On the domestic macro-economic front, after contracting for two quarters in a row, the Indian economy recorded a 0.4% GDP growth in the October-December quarter, mainly due to a good show by farm, manufacturing, services and construction sectors.
As per Federation of Automobile Dealers Association (FADA) passenger vehicle sales in February increased by 10.6% yoy to 2,54,058 units on a low base of last year as India started transitioning from BS4 to BS6 emission norms. This coupled with the global semiconductor outrage has kept the waiting period of PVs as high as 8 months. Tractors maintained their outperformance compared to the broader market, up 18.9% yoy at 61,351 units. In contrast two-wheeler sales were down 16.1% at 10.91 lakh units while three-wheeler sales were down 49% at 33,319 units. CV sales were down 29.5% yoy at 59,020 units. CV segment continued to falter despite seeing a good pent-up demand during the months after unlocking. Negligible sales of passenger buses due to closure of educational institutes and supply side constraints have kept the registrations in deep red though tippers and heavy commercial vehicles are witnessing initial signs of revival due to the government’s infrastructure push creating demand.
Goods and service tax (GST) collections for February crossed Rs.1.1 lakh cr for the third consecutive month on the back of improve compliance and recovery in economic activities at Rs.1.13 lakh cr. GST collections in January touched an all-time high of Rs.1.19 lakh cr since introduction of tax regime. Out of total GST revenue, CGST is Rs.21,092 cr, SGST is Rs.27,273 cr, IGST is Rs.55,253 cr (including Rs.24,382 cr collected on import of goods) and cess is Rs.9,525 cr (including Rs.660 cr collected on import of goods). GST collection in March 2021 is expected to touch a record high of around Rs.1.30 lakh cr on the backdrop of a rapid economic recovery.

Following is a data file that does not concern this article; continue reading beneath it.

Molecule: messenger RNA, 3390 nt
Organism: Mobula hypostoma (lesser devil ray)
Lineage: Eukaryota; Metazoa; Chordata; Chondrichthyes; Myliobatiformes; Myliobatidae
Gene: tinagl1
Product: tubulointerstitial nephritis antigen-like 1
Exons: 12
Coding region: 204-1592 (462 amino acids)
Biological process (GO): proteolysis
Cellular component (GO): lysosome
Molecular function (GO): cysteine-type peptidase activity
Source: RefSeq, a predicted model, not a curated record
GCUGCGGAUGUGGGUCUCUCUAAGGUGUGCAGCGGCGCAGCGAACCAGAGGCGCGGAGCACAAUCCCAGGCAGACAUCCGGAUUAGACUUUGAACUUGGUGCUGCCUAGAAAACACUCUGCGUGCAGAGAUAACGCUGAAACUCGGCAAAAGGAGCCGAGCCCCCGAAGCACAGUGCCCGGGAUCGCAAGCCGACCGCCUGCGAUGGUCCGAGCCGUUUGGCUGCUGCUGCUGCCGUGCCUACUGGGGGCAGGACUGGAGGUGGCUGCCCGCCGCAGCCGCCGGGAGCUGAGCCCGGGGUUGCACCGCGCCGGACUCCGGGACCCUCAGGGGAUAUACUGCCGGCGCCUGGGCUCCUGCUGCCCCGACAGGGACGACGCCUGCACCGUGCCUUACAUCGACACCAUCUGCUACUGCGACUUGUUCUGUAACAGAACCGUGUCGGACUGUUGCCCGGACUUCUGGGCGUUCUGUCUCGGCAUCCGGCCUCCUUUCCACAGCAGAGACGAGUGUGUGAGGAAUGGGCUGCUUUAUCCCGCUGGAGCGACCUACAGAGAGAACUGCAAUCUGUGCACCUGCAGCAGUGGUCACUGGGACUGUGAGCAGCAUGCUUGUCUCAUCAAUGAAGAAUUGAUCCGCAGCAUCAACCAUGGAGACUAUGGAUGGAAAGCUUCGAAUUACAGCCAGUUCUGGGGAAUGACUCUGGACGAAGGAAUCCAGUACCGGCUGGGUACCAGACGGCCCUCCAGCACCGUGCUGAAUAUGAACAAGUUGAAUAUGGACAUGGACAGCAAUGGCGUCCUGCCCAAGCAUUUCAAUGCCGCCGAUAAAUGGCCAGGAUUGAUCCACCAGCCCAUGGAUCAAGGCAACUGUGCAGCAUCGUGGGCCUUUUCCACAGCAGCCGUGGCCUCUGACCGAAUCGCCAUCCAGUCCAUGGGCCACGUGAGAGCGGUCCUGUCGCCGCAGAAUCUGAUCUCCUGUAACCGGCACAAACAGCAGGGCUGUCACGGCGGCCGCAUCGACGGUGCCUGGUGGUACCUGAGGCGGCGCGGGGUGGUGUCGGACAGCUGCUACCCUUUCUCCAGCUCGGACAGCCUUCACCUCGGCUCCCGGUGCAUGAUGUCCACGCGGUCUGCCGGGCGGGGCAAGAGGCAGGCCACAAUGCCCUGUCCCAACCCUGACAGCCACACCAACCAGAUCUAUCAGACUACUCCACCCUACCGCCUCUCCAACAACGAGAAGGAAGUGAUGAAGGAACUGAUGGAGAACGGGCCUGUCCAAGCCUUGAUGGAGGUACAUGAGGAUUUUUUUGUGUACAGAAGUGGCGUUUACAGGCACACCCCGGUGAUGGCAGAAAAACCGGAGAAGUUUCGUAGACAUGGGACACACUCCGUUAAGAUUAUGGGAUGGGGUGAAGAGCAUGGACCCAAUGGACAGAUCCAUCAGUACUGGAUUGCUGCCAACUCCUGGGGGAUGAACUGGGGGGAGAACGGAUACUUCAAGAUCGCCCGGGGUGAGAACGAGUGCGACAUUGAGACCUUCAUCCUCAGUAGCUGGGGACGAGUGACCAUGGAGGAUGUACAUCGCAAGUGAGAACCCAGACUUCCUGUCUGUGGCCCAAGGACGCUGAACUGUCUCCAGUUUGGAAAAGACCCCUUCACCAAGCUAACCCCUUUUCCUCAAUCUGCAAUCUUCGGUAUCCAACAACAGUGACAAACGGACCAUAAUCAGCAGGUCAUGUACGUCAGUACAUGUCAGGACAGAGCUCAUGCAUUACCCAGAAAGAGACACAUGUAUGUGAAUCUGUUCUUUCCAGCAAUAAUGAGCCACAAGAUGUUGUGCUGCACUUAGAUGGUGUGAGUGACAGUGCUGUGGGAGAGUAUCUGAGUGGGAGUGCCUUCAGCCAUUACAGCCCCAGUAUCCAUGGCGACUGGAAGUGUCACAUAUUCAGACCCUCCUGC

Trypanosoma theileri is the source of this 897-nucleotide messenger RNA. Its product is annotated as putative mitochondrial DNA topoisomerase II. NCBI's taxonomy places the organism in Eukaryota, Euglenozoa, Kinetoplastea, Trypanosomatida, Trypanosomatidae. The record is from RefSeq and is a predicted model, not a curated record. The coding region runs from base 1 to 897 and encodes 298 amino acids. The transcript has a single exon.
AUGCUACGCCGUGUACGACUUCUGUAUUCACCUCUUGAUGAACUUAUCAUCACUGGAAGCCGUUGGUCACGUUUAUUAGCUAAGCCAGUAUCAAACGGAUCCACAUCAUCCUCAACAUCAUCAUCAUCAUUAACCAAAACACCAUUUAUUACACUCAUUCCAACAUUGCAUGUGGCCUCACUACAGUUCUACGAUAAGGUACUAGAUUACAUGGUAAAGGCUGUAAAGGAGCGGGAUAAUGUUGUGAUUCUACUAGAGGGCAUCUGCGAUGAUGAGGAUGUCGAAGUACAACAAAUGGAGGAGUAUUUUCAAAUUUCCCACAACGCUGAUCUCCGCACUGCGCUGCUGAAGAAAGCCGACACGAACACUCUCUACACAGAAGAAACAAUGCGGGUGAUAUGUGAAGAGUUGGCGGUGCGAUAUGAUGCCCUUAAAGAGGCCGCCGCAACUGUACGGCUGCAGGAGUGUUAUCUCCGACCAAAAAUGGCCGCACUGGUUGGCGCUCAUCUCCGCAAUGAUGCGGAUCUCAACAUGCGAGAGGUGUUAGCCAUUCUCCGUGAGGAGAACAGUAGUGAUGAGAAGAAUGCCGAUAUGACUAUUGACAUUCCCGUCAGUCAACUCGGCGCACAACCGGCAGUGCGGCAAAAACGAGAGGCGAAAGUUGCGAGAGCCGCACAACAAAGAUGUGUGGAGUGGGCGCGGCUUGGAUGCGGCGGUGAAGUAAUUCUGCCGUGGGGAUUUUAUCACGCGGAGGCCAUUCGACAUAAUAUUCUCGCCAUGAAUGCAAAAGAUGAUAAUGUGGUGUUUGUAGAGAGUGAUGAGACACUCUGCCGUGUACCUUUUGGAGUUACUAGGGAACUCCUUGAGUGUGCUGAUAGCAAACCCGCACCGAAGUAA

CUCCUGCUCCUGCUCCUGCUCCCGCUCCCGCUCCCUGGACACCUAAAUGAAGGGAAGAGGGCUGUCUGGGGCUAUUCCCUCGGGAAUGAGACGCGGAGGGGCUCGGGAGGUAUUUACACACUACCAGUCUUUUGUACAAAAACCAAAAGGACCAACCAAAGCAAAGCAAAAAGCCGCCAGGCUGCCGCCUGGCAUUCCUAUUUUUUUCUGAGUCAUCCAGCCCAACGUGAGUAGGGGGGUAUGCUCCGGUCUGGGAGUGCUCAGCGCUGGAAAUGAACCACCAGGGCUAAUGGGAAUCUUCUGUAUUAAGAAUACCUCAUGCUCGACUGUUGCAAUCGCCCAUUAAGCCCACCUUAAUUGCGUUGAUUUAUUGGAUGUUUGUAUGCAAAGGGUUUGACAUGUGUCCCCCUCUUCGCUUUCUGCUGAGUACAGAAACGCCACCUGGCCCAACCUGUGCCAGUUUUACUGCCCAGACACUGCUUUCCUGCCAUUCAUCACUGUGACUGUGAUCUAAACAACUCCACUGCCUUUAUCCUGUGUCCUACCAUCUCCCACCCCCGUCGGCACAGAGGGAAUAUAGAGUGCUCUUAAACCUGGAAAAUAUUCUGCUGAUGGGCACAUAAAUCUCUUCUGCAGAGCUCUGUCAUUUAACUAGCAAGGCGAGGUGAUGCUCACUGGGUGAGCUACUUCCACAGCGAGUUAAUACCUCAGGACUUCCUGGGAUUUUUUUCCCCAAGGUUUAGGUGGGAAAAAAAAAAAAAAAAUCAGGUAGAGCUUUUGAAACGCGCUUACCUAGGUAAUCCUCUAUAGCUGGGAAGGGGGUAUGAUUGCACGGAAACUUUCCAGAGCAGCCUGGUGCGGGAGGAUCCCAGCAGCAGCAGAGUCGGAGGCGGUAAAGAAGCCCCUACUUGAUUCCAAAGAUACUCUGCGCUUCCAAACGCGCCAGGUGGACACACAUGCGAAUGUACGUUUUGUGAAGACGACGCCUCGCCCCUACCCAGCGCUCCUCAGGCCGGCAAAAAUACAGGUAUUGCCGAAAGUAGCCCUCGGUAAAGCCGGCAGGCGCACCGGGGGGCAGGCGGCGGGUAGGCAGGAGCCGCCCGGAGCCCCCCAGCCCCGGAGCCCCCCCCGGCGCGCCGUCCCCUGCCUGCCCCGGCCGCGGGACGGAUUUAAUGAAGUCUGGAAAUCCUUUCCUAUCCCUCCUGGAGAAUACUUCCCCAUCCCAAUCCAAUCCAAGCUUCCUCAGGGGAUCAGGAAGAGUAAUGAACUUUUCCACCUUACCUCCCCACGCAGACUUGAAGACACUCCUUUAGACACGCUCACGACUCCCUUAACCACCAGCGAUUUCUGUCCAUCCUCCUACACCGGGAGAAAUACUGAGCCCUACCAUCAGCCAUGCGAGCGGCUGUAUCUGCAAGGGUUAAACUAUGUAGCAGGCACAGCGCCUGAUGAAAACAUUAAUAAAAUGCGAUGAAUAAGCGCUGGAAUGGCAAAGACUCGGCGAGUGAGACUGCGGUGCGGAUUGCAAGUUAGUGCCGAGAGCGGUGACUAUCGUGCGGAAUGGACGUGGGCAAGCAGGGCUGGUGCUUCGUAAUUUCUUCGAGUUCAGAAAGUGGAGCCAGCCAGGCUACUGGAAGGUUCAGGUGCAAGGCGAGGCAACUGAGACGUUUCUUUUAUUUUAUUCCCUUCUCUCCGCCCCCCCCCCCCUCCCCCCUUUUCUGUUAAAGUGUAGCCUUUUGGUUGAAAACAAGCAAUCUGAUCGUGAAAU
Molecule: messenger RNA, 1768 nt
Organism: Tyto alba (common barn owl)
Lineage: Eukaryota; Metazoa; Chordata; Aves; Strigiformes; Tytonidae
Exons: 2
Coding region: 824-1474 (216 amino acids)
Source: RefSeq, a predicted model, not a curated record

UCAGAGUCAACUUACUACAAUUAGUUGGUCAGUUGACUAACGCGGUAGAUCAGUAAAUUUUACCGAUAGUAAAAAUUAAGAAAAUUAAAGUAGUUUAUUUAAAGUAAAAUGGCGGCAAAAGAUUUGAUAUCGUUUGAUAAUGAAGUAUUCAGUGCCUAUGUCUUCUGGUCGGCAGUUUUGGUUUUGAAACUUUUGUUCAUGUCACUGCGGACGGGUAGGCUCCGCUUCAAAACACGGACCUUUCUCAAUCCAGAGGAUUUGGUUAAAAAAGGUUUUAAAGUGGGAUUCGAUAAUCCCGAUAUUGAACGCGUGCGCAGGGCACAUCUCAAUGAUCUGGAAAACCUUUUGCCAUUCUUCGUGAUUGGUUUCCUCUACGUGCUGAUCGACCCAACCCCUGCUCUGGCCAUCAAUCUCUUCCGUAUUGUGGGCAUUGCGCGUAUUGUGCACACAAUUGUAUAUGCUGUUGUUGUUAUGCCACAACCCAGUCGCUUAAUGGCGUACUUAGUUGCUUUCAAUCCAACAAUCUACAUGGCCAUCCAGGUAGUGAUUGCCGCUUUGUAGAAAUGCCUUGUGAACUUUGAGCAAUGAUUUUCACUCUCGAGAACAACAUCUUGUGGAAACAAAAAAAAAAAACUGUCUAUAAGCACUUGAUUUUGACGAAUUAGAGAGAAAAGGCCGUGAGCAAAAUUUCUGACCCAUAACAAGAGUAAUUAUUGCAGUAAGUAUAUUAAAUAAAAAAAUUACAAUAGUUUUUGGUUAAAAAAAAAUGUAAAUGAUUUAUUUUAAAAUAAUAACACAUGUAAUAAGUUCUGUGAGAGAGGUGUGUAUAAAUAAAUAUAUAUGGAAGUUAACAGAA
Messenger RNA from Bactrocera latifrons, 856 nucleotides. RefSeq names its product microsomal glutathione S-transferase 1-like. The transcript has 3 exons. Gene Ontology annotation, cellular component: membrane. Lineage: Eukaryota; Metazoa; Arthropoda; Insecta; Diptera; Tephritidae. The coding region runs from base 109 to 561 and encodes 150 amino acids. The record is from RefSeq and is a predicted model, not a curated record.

The Indian economy may revive and retake its place as the fastest growing one in 2021-22, as per forecast released by the Organization for Economic Cooperation and Development (OECD). India’s gross domestic product (GDP) is projected to jump by 12.6% during FY 21-22. This is especially significant as India experienced recession for the first time in 25 years during FY 20-21, largely due to the COVID-19 pandemic. Globally the OECD expects 5.6% growth in 2021, compared to its December 2020 estimate of 4.6% growth. It also expects the United States to grow by 6.5% this year compared to the earlier projected 3.5%. In countries using Euro currency, the OECD expected output to expand by 3.9%, the United Kingdom it expects growth of 5.1%.
Over the next 2 months assembly elections will be held in four states (West Bengal, Tamil Nadu, Assam and Kerala) and one union territory (Pondicherry). Elections will begin on 27th March till 29th April, with polling in eight phases in West Bengal. Counting for all seats will be done on 2nd May. While BJP is already in power in Assam, they would be looking to make significant inroads in the rest of the states. Markets will keep a close watch on results in West Bengal, among all the states.
As the frontline Indexes hit all-time highs, we feel we have to be a bit selective in stock picking. Some sectors like PSUs, metals & mining construction etc are still significantly lower than their all-time highs. NIFTY 50 profit growth is estimated at 18-20% over the next couple of years on a low base of FY21 and interest rates are low. The gap between 10Y G-sec yield and 1Y-forward NIFTY 50 earning yield [i.e. 100/ (one year forward P/E)] has reduced significantly and is now below 10 year average indicating that equities are attractively valued relative to current bond yields.
GST collections are consistently clocking above the 1.1 lakh cr/month & GDP & IIP numbers have consistently improved over the last couple of quarters though low tax collections could be a dampener this year. Higher than expected inflation numbers coupled with increasing crude prices remain a concern. I believe that we have already overcome the worst of COVID times & expect things to improve from here across the globe. We strongly advise investors to continue their SIPs in equity funds & if possible increase the amount. This is a very good buy on dips market & focus should be on stock picking. I think we are at the beginning of another bull run & could see positive movements over the next couple of years.
Sabyasachi Paul has been associated with equity research and advisory on equity markets in India for over 12 years & currently heads the equity research desk of Eastern Financiers Ltd, Kolkata.